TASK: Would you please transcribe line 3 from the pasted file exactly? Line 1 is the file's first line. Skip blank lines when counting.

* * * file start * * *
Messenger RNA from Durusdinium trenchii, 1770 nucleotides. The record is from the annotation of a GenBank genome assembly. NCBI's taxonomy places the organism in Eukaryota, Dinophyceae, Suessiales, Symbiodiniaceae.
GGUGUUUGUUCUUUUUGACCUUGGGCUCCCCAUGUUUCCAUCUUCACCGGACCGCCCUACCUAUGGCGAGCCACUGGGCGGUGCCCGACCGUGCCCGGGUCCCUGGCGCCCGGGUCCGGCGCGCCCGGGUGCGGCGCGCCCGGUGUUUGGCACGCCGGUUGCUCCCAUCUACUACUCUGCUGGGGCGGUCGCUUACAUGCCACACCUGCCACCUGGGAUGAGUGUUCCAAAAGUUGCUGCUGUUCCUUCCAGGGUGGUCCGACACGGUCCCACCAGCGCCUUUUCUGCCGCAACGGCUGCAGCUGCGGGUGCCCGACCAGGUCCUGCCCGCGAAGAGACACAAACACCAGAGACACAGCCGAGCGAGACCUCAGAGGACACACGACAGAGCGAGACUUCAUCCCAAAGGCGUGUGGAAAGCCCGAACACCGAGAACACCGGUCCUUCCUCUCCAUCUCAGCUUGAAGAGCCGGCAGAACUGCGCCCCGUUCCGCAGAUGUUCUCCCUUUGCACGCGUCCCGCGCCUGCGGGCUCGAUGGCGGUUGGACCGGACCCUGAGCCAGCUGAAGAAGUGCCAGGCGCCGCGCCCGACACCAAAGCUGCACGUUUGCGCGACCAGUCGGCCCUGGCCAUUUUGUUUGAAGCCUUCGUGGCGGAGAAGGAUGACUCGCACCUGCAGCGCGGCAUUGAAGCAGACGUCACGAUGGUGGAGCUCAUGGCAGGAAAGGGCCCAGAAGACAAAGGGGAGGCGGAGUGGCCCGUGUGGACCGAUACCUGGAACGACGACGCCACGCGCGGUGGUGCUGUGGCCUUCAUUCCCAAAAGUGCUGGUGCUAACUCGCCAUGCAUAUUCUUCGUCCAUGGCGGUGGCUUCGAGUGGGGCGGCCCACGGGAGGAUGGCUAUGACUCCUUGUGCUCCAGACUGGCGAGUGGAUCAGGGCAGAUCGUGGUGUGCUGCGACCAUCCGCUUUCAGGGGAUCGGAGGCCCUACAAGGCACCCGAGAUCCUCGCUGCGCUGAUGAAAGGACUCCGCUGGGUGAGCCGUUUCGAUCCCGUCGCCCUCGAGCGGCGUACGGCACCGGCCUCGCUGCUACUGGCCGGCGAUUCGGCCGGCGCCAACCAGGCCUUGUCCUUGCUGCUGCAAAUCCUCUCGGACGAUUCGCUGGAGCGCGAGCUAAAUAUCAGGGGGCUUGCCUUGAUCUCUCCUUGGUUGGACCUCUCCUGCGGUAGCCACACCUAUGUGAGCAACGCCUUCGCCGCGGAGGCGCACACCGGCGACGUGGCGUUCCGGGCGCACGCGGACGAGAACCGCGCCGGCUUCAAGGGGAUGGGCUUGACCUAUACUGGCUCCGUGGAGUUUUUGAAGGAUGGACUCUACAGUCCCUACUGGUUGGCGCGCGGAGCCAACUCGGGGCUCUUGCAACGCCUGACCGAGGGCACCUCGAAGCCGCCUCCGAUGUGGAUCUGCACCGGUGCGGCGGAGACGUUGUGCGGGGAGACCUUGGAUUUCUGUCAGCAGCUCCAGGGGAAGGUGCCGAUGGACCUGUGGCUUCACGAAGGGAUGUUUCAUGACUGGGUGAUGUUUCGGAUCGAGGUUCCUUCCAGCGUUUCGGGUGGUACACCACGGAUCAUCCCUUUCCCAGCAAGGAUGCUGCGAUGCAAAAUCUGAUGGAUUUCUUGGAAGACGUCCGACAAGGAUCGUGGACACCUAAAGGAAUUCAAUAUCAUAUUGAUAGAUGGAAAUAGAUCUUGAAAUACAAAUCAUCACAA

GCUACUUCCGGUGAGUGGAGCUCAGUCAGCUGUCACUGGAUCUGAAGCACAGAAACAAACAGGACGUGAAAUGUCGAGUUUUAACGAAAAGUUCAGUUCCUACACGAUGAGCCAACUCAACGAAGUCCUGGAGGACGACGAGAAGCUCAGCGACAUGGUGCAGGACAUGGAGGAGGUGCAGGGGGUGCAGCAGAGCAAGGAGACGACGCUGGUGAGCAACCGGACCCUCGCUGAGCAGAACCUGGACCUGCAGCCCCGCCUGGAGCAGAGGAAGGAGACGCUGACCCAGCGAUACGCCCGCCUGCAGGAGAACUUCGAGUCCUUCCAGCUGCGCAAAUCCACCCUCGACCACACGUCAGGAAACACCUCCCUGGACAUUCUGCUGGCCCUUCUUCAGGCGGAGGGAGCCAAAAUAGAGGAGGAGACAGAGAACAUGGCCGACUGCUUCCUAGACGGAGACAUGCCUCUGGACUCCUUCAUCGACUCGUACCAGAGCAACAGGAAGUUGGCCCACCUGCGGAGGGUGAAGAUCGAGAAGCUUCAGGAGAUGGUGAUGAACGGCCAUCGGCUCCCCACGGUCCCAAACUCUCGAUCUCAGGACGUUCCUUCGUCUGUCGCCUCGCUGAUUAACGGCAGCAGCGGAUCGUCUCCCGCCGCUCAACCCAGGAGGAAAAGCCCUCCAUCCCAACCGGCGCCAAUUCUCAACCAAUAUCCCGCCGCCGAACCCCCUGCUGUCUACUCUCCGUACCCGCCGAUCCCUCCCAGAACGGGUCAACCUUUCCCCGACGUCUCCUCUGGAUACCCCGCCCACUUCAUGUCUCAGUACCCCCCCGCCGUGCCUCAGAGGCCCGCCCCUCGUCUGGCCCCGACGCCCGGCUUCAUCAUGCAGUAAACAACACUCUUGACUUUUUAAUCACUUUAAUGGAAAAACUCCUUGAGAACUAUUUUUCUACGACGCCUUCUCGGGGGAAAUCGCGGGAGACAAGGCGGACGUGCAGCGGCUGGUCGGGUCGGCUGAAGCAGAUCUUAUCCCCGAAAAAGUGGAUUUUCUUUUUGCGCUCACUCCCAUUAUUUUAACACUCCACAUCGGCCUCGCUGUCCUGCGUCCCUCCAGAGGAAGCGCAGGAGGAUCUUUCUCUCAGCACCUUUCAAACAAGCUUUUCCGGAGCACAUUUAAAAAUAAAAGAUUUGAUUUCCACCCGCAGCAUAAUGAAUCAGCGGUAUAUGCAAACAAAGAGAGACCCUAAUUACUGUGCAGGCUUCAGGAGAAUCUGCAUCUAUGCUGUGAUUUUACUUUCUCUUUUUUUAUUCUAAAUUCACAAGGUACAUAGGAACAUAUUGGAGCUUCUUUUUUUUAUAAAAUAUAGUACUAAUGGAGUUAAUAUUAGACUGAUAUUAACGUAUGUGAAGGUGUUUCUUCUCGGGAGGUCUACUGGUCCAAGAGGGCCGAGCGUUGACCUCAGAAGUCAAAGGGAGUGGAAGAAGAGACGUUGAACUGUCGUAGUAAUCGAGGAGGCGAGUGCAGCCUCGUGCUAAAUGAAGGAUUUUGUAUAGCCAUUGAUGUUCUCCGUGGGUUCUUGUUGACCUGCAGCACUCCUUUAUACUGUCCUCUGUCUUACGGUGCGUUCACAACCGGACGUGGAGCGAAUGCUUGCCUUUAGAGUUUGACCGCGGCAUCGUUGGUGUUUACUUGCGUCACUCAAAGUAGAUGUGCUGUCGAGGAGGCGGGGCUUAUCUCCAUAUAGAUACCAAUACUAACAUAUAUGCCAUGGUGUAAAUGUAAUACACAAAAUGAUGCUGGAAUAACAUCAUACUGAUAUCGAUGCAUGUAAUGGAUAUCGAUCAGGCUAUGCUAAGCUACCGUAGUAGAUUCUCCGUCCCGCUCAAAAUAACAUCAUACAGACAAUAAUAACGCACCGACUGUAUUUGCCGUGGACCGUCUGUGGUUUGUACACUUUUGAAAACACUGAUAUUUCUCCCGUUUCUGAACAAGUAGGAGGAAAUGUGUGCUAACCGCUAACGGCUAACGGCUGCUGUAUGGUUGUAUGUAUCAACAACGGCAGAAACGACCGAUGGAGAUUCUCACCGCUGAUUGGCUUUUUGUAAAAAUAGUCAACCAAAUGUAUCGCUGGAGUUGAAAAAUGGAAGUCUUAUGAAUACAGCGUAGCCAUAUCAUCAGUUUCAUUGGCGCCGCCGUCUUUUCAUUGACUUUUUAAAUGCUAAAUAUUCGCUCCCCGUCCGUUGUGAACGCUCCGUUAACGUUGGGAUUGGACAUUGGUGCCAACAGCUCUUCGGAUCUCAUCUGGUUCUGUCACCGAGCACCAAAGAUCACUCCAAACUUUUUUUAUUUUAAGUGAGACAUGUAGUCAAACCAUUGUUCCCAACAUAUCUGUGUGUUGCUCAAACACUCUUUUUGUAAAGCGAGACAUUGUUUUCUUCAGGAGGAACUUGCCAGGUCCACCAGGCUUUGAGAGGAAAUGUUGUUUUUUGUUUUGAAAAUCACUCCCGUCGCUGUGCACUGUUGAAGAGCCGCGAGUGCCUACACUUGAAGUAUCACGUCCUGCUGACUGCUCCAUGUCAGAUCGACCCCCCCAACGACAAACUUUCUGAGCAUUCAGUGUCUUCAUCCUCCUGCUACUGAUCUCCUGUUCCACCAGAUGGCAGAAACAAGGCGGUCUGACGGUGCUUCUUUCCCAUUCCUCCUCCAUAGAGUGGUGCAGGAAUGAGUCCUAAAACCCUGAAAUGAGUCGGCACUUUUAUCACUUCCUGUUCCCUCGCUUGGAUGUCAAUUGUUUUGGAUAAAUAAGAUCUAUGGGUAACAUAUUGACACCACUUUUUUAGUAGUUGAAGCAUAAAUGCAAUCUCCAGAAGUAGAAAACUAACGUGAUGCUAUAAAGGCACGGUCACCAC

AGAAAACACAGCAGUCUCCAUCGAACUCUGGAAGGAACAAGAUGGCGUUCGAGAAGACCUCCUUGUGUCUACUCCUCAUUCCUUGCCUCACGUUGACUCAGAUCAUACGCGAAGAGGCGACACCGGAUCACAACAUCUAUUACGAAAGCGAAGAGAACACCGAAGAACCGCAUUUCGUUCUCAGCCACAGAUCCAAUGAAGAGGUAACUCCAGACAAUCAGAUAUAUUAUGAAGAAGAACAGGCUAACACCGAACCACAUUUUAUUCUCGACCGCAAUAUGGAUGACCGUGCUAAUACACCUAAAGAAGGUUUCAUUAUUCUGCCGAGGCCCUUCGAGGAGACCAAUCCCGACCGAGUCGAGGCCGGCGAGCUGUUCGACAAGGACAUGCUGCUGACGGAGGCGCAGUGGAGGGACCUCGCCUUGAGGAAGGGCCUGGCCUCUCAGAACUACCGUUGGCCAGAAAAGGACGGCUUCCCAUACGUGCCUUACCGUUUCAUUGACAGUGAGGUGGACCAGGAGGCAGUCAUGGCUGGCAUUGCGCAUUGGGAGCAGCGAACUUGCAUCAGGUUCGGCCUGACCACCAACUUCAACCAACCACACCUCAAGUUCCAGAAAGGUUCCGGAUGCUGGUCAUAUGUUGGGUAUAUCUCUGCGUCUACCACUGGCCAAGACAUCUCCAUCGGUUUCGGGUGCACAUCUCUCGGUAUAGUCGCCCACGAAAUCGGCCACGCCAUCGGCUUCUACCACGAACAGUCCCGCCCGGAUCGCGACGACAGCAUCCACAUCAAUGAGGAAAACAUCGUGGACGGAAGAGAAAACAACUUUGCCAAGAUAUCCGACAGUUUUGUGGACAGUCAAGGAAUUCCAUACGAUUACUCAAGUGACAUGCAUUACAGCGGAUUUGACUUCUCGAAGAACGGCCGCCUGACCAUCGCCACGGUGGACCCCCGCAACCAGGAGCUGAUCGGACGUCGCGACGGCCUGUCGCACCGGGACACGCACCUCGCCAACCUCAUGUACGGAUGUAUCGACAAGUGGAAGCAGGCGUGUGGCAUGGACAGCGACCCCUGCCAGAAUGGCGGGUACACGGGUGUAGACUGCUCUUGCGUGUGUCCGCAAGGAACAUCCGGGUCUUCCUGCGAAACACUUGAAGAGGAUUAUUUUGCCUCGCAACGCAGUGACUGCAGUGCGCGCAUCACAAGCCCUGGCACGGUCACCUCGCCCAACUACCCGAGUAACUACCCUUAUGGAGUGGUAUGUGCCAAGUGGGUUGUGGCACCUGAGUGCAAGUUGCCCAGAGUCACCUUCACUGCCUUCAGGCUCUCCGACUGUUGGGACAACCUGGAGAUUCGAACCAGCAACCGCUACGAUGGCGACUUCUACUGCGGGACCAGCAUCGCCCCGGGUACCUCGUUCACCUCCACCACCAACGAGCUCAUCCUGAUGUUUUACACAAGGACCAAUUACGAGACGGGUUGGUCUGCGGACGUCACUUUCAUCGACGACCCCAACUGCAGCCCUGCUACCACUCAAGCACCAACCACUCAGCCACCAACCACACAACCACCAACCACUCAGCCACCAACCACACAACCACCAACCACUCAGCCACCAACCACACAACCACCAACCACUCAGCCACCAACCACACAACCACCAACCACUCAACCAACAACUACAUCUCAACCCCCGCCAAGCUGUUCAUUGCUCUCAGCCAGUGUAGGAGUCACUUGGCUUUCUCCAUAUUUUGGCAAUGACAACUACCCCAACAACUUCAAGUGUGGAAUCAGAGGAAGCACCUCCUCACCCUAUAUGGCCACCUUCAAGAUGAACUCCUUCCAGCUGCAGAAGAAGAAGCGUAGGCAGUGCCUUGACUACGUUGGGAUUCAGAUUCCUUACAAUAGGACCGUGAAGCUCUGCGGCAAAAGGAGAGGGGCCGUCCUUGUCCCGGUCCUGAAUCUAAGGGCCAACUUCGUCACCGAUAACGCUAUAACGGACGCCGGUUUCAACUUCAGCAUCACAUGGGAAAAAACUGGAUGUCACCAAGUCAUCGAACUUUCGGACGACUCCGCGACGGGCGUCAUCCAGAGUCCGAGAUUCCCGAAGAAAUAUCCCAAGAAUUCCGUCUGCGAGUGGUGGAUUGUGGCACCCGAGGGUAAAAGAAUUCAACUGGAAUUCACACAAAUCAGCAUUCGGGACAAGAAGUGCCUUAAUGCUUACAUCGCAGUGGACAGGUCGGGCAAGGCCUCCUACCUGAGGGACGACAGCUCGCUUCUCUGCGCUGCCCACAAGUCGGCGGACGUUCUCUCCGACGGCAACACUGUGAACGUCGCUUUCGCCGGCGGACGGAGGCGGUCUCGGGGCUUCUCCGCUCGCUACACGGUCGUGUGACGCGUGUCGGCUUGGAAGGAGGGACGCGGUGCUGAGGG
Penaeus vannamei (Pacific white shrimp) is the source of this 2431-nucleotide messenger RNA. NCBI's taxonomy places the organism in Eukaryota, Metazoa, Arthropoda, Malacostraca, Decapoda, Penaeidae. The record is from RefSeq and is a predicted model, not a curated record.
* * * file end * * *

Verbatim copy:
GCUACUUCCGGUGAGUGGAGCUCAGUCAGCUGUCACUGGAUCUGAAGCACAGAAACAAACAGGACGUGAAAUGUCGAGUUUUAACGAAAAGUUCAGUUCCUACACGAUGAGCCAACUCAACGAAGUCCUGGAGGACGACGAGAAGCUCAGCGACAUGGUGCAGGACAUGGAGGAGGUGCAGGGGGUGCAGCAGAGCAAGGAGACGACGCUGGUGAGCAACCGGACCCUCGCUGAGCAGAACCUGGACCUGCAGCCCCGCCUGGAGCAGAGGAAGGAGACGCUGACCCAGCGAUACGCCCGCCUGCAGGAGAACUUCGAGUCCUUCCAGCUGCGCAAAUCCACCCUCGACCACACGUCAGGAAACACCUCCCUGGACAUUCUGCUGGCCCUUCUUCAGGCGGAGGGAGCCAAAAUAGAGGAGGAGACAGAGAACAUGGCCGACUGCUUCCUAGACGGAGACAUGCCUCUGGACUCCUUCAUCGACUCGUACCAGAGCAACAGGAAGUUGGCCCACCUGCGGAGGGUGAAGAUCGAGAAGCUUCAGGAGAUGGUGAUGAACGGCCAUCGGCUCCCCACGGUCCCAAACUCUCGAUCUCAGGACGUUCCUUCGUCUGUCGCCUCGCUGAUUAACGGCAGCAGCGGAUCGUCUCCCGCCGCUCAACCCAGGAGGAAAAGCCCUCCAUCCCAACCGGCGCCAAUUCUCAACCAAUAUCCCGCCGCCGAACCCCCUGCUGUCUACUCUCCGUACCCGCCGAUCCCUCCCAGAACGGGUCAACCUUUCCCCGACGUCUCCUCUGGAUACCCCGCCCACUUCAUGUCUCAGUACCCCCCCGCCGUGCCUCAGAGGCCCGCCCCUCGUCUGGCCCCGACGCCCGGCUUCAUCAUGCAGUAAACAACACUCUUGACUUUUUAAUCACUUUAAUGGAAAAACUCCUUGAGAACUAUUUUUCUACGACGCCUUCUCGGGGGAAAUCGCGGGAGACAAGGCGGACGUGCAGCGGCUGGUCGGGUCGGCUGAAGCAGAUCUUAUCCCCGAAAAAGUGGAUUUUCUUUUUGCGCUCACUCCCAUUAUUUUAACACUCCACAUCGGCCUCGCUGUCCUGCGUCCCUCCAGAGGAAGCGCAGGAGGAUCUUUCUCUCAGCACCUUUCAAACAAGCUUUUCCGGAGCACAUUUAAAAAUAAAAGAUUUGAUUUCCACCCGCAGCAUAAUGAAUCAGCGGUAUAUGCAAACAAAGAGAGACCCUAAUUACUGUGCAGGCUUCAGGAGAAUCUGCAUCUAUGCUGUGAUUUUACUUUCUCUUUUUUUAUUCUAAAUUCACAAGGUACAUAGGAACAUAUUGGAGCUUCUUUUUUUUAUAAAAUAUAGUACUAAUGGAGUUAAUAUUAGACUGAUAUUAACGUAUGUGAAGGUGUUUCUUCUCGGGAGGUCUACUGGUCCAAGAGGGCCGAGCGUUGACCUCAGAAGUCAAAGGGAGUGGAAGAAGAGACGUUGAACUGUCGUAGUAAUCGAGGAGGCGAGUGCAGCCUCGUGCUAAAUGAAGGAUUUUGUAUAGCCAUUGAUGUUCUCCGUGGGUUCUUGUUGACCUGCAGCACUCCUUUAUACUGUCCUCUGUCUUACGGUGCGUUCACAACCGGACGUGGAGCGAAUGCUUGCCUUUAGAGUUUGACCGCGGCAUCGUUGGUGUUUACUUGCGUCACUCAAAGUAGAUGUGCUGUCGAGGAGGCGGGGCUUAUCUCCAUAUAGAUACCAAUACUAACAUAUAUGCCAUGGUGUAAAUGUAAUACACAAAAUGAUGCUGGAAUAACAUCAUACUGAUAUCGAUGCAUGUAAUGGAUAUCGAUCAGGCUAUGCUAAGCUACCGUAGUAGAUUCUCCGUCCCGCUCAAAAUAACAUCAUACAGACAAUAAUAACGCACCGACUGUAUUUGCCGUGGACCGUCUGUGGUUUGUACACUUUUGAAAACACUGAUAUUUCUCCCGUUUCUGAACAAGUAGGAGGAAAUGUGUGCUAACCGCUAACGGCUAACGGCUGCUGUAUGGUUGUAUGUAUCAACAACGGCAGAAACGACCGAUGGAGAUUCUCACCGCUGAUUGGCUUUUUGUAAAAAUAGUCAACCAAAUGUAUCGCUGGAGUUGAAAAAUGGAAGUCUUAUGAAUACAGCGUAGCCAUAUCAUCAGUUUCAUUGGCGCCGCCGUCUUUUCAUUGACUUUUUAAAUGCUAAAUAUUCGCUCCCCGUCCGUUGUGAACGCUCCGUUAACGUUGGGAUUGGACAUUGGUGCCAACAGCUCUUCGGAUCUCAUCUGGUUCUGUCACCGAGCACCAAAGAUCACUCCAAACUUUUUUUAUUUUAAGUGAGACAUGUAGUCAAACCAUUGUUCCCAACAUAUCUGUGUGUUGCUCAAACACUCUUUUUGUAAAGCGAGACAUUGUUUUCUUCAGGAGGAACUUGCCAGGUCCACCAGGCUUUGAGAGGAAAUGUUGUUUUUUGUUUUGAAAAUCACUCCCGUCGCUGUGCACUGUUGAAGAGCCGCGAGUGCCUACACUUGAAGUAUCACGUCCUGCUGACUGCUCCAUGUCAGAUCGACCCCCCCAACGACAAACUUUCUGAGCAUUCAGUGUCUUCAUCCUCCUGCUACUGAUCUCCUGUUCCACCAGAUGGCAGAAACAAGGCGGUCUGACGGUGCUUCUUUCCCAUUCCUCCUCCAUAGAGUGGUGCAGGAAUGAGUCCUAAAACCCUGAAAUGAGUCGGCACUUUUAUCACUUCCUGUUCCCUCGCUUGGAUGUCAAUUGUUUUGGAUAAAUAAGAUCUAUGGGUAACAUAUUGACACCACUUUUUUAGUAGUUGAAGCAUAAAUGCAAUCUCCAGAAGUAGAAAACUAACGUGAUGCUAUAAAGGCACGGUCACCAC